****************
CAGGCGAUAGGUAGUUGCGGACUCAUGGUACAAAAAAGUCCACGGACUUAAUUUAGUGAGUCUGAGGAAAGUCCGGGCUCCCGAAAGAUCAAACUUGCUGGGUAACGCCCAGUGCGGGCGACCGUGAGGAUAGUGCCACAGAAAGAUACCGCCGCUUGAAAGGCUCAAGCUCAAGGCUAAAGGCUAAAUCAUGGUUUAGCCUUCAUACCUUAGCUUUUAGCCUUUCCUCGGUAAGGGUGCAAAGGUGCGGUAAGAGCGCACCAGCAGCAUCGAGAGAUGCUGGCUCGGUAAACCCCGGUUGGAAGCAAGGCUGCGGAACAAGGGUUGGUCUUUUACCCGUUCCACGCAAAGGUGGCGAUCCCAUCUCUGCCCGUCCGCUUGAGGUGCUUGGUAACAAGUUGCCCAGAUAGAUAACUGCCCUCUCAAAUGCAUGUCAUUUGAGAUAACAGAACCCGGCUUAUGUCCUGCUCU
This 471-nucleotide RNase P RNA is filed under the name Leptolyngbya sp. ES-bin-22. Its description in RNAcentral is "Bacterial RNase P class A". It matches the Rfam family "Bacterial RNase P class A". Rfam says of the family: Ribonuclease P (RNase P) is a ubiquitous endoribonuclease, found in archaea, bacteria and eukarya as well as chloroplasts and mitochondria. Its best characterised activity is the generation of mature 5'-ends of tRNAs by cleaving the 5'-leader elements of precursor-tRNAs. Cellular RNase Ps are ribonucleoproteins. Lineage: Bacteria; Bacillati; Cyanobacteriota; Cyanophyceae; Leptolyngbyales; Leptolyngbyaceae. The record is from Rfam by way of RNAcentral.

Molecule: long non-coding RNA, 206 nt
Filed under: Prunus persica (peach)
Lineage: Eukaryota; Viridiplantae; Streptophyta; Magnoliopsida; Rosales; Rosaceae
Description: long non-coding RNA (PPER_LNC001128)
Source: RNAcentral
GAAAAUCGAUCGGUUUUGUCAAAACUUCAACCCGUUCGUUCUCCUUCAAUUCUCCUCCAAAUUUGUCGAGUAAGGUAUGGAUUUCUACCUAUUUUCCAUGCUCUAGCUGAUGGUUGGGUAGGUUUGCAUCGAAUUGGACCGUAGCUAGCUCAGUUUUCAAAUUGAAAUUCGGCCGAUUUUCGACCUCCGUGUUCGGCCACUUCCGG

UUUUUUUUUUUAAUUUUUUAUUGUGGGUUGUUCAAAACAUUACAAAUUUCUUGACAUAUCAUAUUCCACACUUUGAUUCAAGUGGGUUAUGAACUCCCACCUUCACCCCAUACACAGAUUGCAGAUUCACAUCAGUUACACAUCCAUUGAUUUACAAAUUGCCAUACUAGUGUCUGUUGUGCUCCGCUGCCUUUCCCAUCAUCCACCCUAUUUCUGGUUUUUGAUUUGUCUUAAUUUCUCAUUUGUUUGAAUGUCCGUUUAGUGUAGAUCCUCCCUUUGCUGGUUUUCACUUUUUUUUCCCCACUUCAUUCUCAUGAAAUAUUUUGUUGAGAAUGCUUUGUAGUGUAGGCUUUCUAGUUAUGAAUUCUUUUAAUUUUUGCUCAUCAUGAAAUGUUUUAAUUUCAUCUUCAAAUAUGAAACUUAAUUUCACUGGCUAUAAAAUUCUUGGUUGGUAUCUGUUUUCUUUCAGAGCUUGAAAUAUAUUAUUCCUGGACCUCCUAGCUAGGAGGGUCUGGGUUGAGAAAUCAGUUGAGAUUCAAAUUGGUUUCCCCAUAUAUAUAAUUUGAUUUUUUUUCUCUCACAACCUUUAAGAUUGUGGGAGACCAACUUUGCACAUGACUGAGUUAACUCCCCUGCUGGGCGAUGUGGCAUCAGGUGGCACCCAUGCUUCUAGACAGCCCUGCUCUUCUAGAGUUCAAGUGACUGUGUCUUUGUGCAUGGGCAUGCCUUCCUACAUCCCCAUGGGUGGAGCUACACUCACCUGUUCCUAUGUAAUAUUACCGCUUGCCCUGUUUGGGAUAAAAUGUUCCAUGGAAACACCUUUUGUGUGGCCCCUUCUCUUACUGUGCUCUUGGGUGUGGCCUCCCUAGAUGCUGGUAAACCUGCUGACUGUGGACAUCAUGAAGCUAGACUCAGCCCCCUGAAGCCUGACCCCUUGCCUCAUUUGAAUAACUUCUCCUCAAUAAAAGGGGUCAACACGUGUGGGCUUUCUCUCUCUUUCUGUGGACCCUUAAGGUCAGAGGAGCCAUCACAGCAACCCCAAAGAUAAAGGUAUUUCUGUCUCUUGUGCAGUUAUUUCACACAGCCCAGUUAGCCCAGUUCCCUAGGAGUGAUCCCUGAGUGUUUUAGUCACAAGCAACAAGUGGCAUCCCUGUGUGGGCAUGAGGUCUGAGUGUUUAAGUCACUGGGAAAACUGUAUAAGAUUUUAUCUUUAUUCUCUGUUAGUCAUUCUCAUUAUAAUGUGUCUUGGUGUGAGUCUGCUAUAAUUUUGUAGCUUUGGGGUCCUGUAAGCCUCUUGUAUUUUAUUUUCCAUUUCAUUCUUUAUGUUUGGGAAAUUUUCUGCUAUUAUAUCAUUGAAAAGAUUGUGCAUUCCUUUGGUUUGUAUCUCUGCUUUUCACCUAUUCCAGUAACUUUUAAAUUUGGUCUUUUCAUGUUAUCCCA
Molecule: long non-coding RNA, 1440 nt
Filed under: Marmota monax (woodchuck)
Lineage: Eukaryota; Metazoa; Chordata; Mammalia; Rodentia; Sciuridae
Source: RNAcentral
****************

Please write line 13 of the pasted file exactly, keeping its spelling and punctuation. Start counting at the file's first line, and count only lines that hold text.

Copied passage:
Source: RNAcentral